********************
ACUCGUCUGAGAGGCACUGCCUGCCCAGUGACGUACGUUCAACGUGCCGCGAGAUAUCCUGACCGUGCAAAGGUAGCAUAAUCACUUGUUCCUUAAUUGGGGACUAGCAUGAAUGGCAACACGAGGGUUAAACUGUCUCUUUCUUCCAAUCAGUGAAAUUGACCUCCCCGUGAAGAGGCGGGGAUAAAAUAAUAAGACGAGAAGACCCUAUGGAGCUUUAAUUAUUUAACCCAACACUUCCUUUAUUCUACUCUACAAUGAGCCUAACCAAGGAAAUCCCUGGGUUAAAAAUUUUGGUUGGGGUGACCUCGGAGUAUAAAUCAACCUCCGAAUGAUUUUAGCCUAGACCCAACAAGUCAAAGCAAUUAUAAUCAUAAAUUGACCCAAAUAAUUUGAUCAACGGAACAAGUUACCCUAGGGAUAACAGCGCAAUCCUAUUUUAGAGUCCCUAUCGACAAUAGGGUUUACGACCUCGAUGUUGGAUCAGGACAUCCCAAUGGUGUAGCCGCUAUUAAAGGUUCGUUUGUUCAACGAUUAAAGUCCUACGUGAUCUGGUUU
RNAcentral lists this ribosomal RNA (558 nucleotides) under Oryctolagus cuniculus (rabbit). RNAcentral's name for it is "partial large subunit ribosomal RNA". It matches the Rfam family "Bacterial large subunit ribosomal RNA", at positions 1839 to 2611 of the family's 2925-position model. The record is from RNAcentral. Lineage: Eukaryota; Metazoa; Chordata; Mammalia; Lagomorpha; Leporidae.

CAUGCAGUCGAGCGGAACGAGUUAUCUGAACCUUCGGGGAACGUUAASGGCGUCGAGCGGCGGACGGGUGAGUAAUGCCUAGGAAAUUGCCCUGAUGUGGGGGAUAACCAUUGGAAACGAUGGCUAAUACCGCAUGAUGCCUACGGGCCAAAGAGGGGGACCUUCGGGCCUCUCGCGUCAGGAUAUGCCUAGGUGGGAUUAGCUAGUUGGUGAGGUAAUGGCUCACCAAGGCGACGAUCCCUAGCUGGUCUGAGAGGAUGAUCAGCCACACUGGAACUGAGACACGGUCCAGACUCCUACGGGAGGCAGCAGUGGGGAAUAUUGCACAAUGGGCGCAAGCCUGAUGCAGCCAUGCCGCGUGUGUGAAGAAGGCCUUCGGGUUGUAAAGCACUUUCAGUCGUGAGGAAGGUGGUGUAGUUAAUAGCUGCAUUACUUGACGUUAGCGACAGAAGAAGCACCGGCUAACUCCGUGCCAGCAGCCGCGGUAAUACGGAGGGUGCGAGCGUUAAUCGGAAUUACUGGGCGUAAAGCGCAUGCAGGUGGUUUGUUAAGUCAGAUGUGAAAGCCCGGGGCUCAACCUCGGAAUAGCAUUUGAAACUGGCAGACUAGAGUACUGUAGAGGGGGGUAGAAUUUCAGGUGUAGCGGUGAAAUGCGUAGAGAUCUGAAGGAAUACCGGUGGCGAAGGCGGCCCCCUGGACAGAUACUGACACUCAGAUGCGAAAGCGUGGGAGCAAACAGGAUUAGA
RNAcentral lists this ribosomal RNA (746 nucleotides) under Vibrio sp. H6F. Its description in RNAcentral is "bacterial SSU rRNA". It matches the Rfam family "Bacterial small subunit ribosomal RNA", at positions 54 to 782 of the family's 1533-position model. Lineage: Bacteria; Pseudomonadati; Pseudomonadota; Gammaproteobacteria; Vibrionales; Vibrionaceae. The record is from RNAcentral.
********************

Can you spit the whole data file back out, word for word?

ACUCGUCUGAGAGGCACUGCCUGCCCAGUGACGUACGUUCAACGUGCCGCGAGAUAUCCUGACCGUGCAAAGGUAGCAUAAUCACUUGUUCCUUAAUUGGGGACUAGCAUGAAUGGCAACACGAGGGUUAAACUGUCUCUUUCUUCCAAUCAGUGAAAUUGACCUCCCCGUGAAGAGGCGGGGAUAAAAUAAUAAGACGAGAAGACCCUAUGGAGCUUUAAUUAUUUAACCCAACACUUCCUUUAUUCUACUCUACAAUGAGCCUAACCAAGGAAAUCCCUGGGUUAAAAAUUUUGGUUGGGGUGACCUCGGAGUAUAAAUCAACCUCCGAAUGAUUUUAGCCUAGACCCAACAAGUCAAAGCAAUUAUAAUCAUAAAUUGACCCAAAUAAUUUGAUCAACGGAACAAGUUACCCUAGGGAUAACAGCGCAAUCCUAUUUUAGAGUCCCUAUCGACAAUAGGGUUUACGACCUCGAUGUUGGAUCAGGACAUCCCAAUGGUGUAGCCGCUAUUAAAGGUUCGUUUGUUCAACGAUUAAAGUCCUACGUGAUCUGGUUU
RNAcentral lists this ribosomal RNA (558 nucleotides) under Oryctolagus cuniculus (rabbit). RNAcentral's name for it is "partial large subunit ribosomal RNA". It matches the Rfam family "Bacterial large subunit ribosomal RNA", at positions 1839 to 2611 of the family's 2925-position model. The record is from RNAcentral. Lineage: Eukaryota; Metazoa; Chordata; Mammalia; Lagomorpha; Leporidae.

CAUGCAGUCGAGCGGAACGAGUUAUCUGAACCUUCGGGGAACGUUAASGGCGUCGAGCGGCGGACGGGUGAGUAAUGCCUAGGAAAUUGCCCUGAUGUGGGGGAUAACCAUUGGAAACGAUGGCUAAUACCGCAUGAUGCCUACGGGCCAAAGAGGGGGACCUUCGGGCCUCUCGCGUCAGGAUAUGCCUAGGUGGGAUUAGCUAGUUGGUGAGGUAAUGGCUCACCAAGGCGACGAUCCCUAGCUGGUCUGAGAGGAUGAUCAGCCACACUGGAACUGAGACACGGUCCAGACUCCUACGGGAGGCAGCAGUGGGGAAUAUUGCACAAUGGGCGCAAGCCUGAUGCAGCCAUGCCGCGUGUGUGAAGAAGGCCUUCGGGUUGUAAAGCACUUUCAGUCGUGAGGAAGGUGGUGUAGUUAAUAGCUGCAUUACUUGACGUUAGCGACAGAAGAAGCACCGGCUAACUCCGUGCCAGCAGCCGCGGUAAUACGGAGGGUGCGAGCGUUAAUCGGAAUUACUGGGCGUAAAGCGCAUGCAGGUGGUUUGUUAAGUCAGAUGUGAAAGCCCGGGGCUCAACCUCGGAAUAGCAUUUGAAACUGGCAGACUAGAGUACUGUAGAGGGGGGUAGAAUUUCAGGUGUAGCGGUGAAAUGCGUAGAGAUCUGAAGGAAUACCGGUGGCGAAGGCGGCCCCCUGGACAGAUACUGACACUCAGAUGCGAAAGCGUGGGAGCAAACAGGAUUAGA
RNAcentral lists this ribosomal RNA (746 nucleotides) under Vibrio sp. H6F. Its description in RNAcentral is "bacterial SSU rRNA". It matches the Rfam family "Bacterial small subunit ribosomal RNA", at positions 54 to 782 of the family's 1533-position model. Lineage: Bacteria; Pseudomonadati; Pseudomonadota; Gammaproteobacteria; Vibrionales; Vibrionaceae. The record is from RNAcentral.